Discussion in 'US Coins Forum' started by The Eidolon, Apr 18, 2021.
Any guesses as to which type it might be, or is it too far gone?
Probably my oldest US cent!
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I agree with @Publius2; as you can see, there are the remains of the fraction below the wreath. Therefore, this coin is undoubtedly a draped bust large cent.
If I had to guess looking at it in hand, I think I may see a trace of a cap, but I am not at all confident. I imagine it doesn't make a huge difference in this condition, but it's fun to speculate.
Half Cents used the same design with HALF where ONE is on the Large Cent and 1/200 on the fraction. But design changes did not always occur in the same year as the Large Cent.
Size and weight were in the original post, though not very prominently:
9.6 g, 29 mm
So it's too big for a half cent, too light for a thick planchet Liberty Cap.
Might still be the right weight for a later Liberty Cap or any Draped Bust.
The edges have been beaten pretty heavily, and it may have lost a little material as it was shaped along with extensive wear.
The one thing I can tell for certain is that is is NOT a Liberty Cap because they all used either Reverse of 94 or Reverse of 95. Any hint of a CAP is PMD or an illusion. But it's not an uncommon illusion on low grade copper when the bottom of LADY LIBERTY is not discernible. The ribbons on the draped bust look somewhat like a cap when heavily worn, damaged and/or corroded.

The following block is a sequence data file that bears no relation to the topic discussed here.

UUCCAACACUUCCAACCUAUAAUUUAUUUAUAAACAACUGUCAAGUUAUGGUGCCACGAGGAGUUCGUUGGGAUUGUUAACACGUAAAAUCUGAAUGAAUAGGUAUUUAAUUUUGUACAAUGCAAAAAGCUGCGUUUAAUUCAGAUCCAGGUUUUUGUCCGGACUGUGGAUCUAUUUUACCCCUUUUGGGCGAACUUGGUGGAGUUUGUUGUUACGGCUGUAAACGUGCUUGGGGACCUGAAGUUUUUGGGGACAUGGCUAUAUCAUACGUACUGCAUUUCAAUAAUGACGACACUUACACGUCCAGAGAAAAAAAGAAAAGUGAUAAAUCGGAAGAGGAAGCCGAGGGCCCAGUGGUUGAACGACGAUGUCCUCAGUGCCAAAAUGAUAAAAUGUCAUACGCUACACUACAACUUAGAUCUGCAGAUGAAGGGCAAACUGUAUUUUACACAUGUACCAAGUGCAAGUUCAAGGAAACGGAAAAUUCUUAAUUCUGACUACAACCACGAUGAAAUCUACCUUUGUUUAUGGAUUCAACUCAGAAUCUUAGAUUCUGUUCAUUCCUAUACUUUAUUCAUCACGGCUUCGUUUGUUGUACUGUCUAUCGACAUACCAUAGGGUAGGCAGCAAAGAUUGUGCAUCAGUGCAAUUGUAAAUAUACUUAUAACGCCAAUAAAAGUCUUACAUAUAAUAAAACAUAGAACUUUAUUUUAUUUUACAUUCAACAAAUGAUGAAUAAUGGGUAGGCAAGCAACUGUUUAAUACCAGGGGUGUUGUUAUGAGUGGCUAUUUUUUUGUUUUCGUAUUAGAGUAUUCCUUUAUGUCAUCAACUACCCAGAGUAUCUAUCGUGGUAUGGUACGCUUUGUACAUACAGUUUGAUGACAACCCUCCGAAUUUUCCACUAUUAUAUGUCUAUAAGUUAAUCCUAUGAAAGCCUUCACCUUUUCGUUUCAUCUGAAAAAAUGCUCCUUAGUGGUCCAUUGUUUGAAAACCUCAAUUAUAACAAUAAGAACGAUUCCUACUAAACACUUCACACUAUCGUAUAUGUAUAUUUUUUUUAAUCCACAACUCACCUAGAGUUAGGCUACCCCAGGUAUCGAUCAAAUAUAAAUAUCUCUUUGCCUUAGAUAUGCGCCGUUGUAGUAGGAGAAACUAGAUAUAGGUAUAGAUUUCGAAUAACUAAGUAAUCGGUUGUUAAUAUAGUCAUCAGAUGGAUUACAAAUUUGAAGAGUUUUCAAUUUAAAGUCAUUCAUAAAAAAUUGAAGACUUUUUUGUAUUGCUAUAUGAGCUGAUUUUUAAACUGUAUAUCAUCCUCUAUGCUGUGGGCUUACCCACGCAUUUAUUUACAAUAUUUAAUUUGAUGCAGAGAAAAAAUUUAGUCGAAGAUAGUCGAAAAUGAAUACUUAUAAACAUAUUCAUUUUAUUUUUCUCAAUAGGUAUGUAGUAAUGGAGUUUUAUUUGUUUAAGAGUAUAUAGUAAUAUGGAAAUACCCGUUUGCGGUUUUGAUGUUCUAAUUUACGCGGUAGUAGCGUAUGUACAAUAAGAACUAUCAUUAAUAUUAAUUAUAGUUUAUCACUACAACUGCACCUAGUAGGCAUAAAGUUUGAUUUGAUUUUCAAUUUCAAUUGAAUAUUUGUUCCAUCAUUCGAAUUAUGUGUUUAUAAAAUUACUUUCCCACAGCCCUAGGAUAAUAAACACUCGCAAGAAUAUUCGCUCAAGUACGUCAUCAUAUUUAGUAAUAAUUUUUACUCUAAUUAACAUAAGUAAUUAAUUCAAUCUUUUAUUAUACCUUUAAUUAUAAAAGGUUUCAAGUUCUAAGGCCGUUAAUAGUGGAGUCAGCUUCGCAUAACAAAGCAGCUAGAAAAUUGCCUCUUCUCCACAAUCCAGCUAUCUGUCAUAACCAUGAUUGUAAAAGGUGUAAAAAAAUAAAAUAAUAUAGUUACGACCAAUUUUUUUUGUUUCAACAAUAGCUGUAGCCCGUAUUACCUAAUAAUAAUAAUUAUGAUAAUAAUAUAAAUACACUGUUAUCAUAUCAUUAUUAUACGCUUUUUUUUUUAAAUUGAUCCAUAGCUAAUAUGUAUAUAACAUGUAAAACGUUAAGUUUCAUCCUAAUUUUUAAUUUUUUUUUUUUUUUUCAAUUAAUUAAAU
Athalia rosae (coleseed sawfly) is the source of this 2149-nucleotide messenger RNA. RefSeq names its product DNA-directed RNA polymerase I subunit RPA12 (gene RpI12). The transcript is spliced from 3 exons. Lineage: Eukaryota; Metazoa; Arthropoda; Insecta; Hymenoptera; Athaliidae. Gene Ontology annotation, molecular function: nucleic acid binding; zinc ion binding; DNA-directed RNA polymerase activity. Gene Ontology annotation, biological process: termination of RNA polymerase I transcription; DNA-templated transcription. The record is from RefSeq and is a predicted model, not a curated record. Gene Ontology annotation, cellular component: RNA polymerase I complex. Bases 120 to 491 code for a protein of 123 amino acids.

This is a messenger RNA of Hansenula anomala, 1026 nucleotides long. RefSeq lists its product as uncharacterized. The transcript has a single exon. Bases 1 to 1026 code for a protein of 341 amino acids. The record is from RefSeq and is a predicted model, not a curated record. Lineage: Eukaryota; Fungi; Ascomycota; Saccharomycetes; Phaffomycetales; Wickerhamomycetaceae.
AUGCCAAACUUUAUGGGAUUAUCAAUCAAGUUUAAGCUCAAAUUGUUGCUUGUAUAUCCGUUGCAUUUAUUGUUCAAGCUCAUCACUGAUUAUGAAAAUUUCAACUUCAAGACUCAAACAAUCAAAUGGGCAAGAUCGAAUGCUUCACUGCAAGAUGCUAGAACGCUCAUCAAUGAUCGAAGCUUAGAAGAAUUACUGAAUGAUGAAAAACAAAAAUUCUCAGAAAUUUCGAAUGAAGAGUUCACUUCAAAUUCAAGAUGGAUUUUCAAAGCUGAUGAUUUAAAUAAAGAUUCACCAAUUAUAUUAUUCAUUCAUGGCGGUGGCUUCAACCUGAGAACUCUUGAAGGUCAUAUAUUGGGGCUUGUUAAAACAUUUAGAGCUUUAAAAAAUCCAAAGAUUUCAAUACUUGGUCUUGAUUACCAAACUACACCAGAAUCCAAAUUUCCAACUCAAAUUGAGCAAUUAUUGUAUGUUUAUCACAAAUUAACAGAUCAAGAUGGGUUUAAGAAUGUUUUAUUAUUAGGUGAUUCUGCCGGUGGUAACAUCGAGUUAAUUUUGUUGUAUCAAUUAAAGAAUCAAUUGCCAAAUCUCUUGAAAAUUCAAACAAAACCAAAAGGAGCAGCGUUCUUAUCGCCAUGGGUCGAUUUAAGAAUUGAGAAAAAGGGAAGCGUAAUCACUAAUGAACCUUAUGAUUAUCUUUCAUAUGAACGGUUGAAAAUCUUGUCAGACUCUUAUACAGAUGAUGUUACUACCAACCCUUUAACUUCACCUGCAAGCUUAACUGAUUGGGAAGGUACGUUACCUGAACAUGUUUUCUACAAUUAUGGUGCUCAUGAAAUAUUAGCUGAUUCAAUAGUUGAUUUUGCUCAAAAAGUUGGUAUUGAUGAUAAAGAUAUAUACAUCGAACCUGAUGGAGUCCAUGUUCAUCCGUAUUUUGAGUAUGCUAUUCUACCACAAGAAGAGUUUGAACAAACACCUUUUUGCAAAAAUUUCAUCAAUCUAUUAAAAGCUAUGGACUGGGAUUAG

The Draped Bust series all had a 29mm diameter and issue weight of 168 grains. So Large Cent is right on par with diameter and the weight converts to 148 grains or over 20% light. While weight loss is to be expected on a heavily worn coin, this seems a bit excessive on a coin which is not porous like commonly found in soil by metal detectors.
Oddly enough, I have a S-78 that weighs in at 9.6 or 9.7 grams (different jewler's scales) that I think might have been struck on a TAL token which had a 151 grain standard on their heavy tokens. This is a possibility since the only two 1795 NC-2s were struck on TAL tokens (undertype bold enough for ID) which were purchased to be cut down for Half Cents. A few managed to sneak into the Large Cent planchet barrels.
It's two uses were on the rare-ish S-142 R5+ (though I have 3) and extremely rare 1797 NC-7 (two known). Unfortunately, the obverse is too far gone for variety determination.
Here are my S-142s in lower grades:
I sometimes see NC-7 on the third example, but I can't say with certainty. The 7 looks too low, but that could be PMD.
Here is the new die state of NC-7:
@Marshall Thanks for your detective work! I'm impressed (and convinced).
I'll mark it as a Draped Bust large cent, possibly 1797, possibly Reverse S.
I wish it were in a little better shape to tell more, but then I wouldn't have gotten it for $5 in the first place.
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